As to the cost, charging government contractors an additional fee, which would be used to fund the Senate campaigns is just a little deceitful! Think about it. A contractor bids on a project to do work or supply a product for the government. He knows that there will be "a small fee" tacked onto his bid to cover these Senate campaign costs. Does he just take the lumps or does he increase his bid to cover the added costs? I would think he would raise the bid amount. Then, when he is awarded the bid and gets the contract, the government pays him the awarded amount of the bid and he turns around and pays the government back for funding the campaigns. The contractor did not pay these costs, the government did. Do not forget that the government spends our money - yours and mine. In other words, we the taxpayers would be funding the Senate campaigns.

As to the House campaigns, no problemo here! This money will be generated from the government selling unused airwaves. What a racket! Makes you pity the poor sap who buys this air from the government. How could we be better off than to fund this from selling something that is just extra? Well, if this extra spectrum has value and the government has the authority to sell it, someone will buy it. So, is it that buyer who then funds the House campaigns? No, once again, it is you and I. How? If the government sells something that belongs to the government (you and I) but then gives the money to candidates in campaigns, instead of using the money for legitimate expenses of the government, they will have to turn around and collect that money from us to pay those bills. Candidates win, we lose, again!

Now, here is the grand deception. They are telling us that this will just be a little expensive and even though we now know better, someone else will be paying for the cost. Don't worry, nothing to see here! The total is expected to stay under $850,000,000 per year. In my book, that would take a lot of "small fees" and sold spectrum. But, as with most government estimates, you cannot trust them.

I ran the math, myself. These numbers are based on the following:
1. All of the politicians running for these offices qualify for these funds. That each Senator and Representative enters this program and that from each party (only two-Rep. and Dem.) that there are three candidates running in the primary who are in the program.
2. It is based on each candidate qualifying for the maximum in matching funds, excluding the extra funds to match some other politician's spending.
3. These numbers do not include the money each candidate raises during the campaign.
4. The "per year" numbers recognize that House races are every two years and 1/3 of the Senators run every two years.

For the House races, the total cost would be $8,961,000,000 for each election cycle. That is almost nine billion dollars. It equals $4,480,500,000 each year. It equals $10,300,000 per year, per House seat.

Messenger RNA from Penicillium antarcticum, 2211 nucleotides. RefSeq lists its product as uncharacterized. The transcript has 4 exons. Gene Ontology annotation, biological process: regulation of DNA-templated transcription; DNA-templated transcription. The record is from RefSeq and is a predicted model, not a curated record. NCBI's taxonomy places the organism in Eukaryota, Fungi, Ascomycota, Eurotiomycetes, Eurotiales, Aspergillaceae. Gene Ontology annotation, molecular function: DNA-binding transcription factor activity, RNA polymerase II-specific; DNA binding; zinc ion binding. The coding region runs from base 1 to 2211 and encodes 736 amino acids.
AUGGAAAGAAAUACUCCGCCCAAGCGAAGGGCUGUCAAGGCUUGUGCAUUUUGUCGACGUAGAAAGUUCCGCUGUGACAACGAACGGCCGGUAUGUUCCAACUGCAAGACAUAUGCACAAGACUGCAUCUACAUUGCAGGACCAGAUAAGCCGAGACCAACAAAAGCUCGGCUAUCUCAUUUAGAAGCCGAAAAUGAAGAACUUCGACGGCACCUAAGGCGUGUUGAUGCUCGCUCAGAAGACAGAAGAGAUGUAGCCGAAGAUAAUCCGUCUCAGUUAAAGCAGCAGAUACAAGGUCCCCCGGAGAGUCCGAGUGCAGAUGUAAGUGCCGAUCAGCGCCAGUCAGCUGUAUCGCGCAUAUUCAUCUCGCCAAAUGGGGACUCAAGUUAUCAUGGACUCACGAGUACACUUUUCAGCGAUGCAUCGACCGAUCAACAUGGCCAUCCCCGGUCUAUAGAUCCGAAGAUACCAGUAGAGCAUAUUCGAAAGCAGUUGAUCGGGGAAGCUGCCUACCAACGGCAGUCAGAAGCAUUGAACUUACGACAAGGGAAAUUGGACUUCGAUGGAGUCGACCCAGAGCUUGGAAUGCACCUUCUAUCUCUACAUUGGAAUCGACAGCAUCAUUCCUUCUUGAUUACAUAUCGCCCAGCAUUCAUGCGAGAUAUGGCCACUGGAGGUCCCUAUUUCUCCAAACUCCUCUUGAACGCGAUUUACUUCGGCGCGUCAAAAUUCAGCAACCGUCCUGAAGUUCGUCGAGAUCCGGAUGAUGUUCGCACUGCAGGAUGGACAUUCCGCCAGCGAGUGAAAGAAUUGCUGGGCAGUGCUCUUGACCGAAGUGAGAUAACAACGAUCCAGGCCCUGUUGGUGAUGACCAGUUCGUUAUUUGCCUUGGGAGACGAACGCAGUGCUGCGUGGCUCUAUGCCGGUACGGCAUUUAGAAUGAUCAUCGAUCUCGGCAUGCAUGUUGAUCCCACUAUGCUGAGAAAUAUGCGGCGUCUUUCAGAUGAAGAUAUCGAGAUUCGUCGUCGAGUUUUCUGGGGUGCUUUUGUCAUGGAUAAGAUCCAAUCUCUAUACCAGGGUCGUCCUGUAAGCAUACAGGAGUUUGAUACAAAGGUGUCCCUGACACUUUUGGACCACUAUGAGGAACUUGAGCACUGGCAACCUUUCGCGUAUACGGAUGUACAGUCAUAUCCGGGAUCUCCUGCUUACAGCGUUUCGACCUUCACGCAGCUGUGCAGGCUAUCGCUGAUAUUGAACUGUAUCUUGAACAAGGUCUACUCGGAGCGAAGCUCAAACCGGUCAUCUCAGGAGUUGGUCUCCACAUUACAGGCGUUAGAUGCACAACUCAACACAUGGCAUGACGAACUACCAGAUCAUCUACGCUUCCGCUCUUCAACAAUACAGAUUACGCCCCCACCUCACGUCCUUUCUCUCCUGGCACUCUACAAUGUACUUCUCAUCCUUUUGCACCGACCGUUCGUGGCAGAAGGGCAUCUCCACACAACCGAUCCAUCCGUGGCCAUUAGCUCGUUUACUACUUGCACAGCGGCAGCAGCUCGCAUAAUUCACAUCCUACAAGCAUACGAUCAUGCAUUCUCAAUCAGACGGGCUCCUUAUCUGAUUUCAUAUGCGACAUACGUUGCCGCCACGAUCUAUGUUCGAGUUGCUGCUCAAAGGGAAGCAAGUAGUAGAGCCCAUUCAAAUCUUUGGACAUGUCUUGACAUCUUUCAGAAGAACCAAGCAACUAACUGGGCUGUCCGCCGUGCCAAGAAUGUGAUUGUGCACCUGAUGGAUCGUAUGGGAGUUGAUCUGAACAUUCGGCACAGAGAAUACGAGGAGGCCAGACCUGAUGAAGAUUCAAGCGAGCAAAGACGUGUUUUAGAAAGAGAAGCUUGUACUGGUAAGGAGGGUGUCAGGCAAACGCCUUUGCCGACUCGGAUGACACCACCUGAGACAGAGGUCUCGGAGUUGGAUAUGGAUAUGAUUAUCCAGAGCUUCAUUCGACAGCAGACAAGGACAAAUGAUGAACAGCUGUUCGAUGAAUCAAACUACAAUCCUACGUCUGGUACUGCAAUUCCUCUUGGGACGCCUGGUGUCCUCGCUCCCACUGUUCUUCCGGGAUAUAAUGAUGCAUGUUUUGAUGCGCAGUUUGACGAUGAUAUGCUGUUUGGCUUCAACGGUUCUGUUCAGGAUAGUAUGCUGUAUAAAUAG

For the Senate races, the total cost would be $56,810,000,000 (over $56 billion) for each cycle of electing all 100 Senators. This equals $9,468,333,333 per year and $94,683,333 per year, per Senate seat.

When I add these two, annual figures together, I get $13,948,833,333 per year; not $850,000,000. For the total cost not to exceed this projected amount, offered by the government, there could only be approximately 100 candidates who qualify and use the public funding.

Remember, if all of the politicians qualified and used this plan, the average annual cost to the U.S. taxpayers would be almost $14 billion. Also, you would have to be a fool to believe that after footing this bill, the citizens would be getting open, fair elections not corrupted by special interests or big money contributors. I don't know about you, but if I ran for Senate and used this plan for "Fair Elections", I could run one fine campaign on $568,000,000 of your money.


  1. Dear BC,
    All of your objections, and more, are addressed here.

    You should not imagine that the 1/10th of 1% of the population who currently pay 60% of current campaign costs are doing so just to be nice. They are doing it because they are mostly business types or extremely wealthy individuals and are getting back far more in deregulation and tax breaks than they are paying.

  2. Big corporate businessmen are the engine of the economy. Liberals hate them because they are smarter, richer, and better at anything practical than any civil servant.

    It is very hard to defend your superiors. It takes a real sense of honor, something liberals lack.

  3. As a disgruntled UAW Beck Objector I understand first hand how the forced union political dues corrupt free elections with PAC monies. Because I chose to hold back that portion of my earned income that support extreme liberal candidates I was deprived of my rights to participate in union election, or hold any office. With so many dues paying workers now employed by government the problem only intensifies inequalities as observed during the past 2 years. Fair Elections Act Now only magnifies this dilemma. America was short-changed by Obama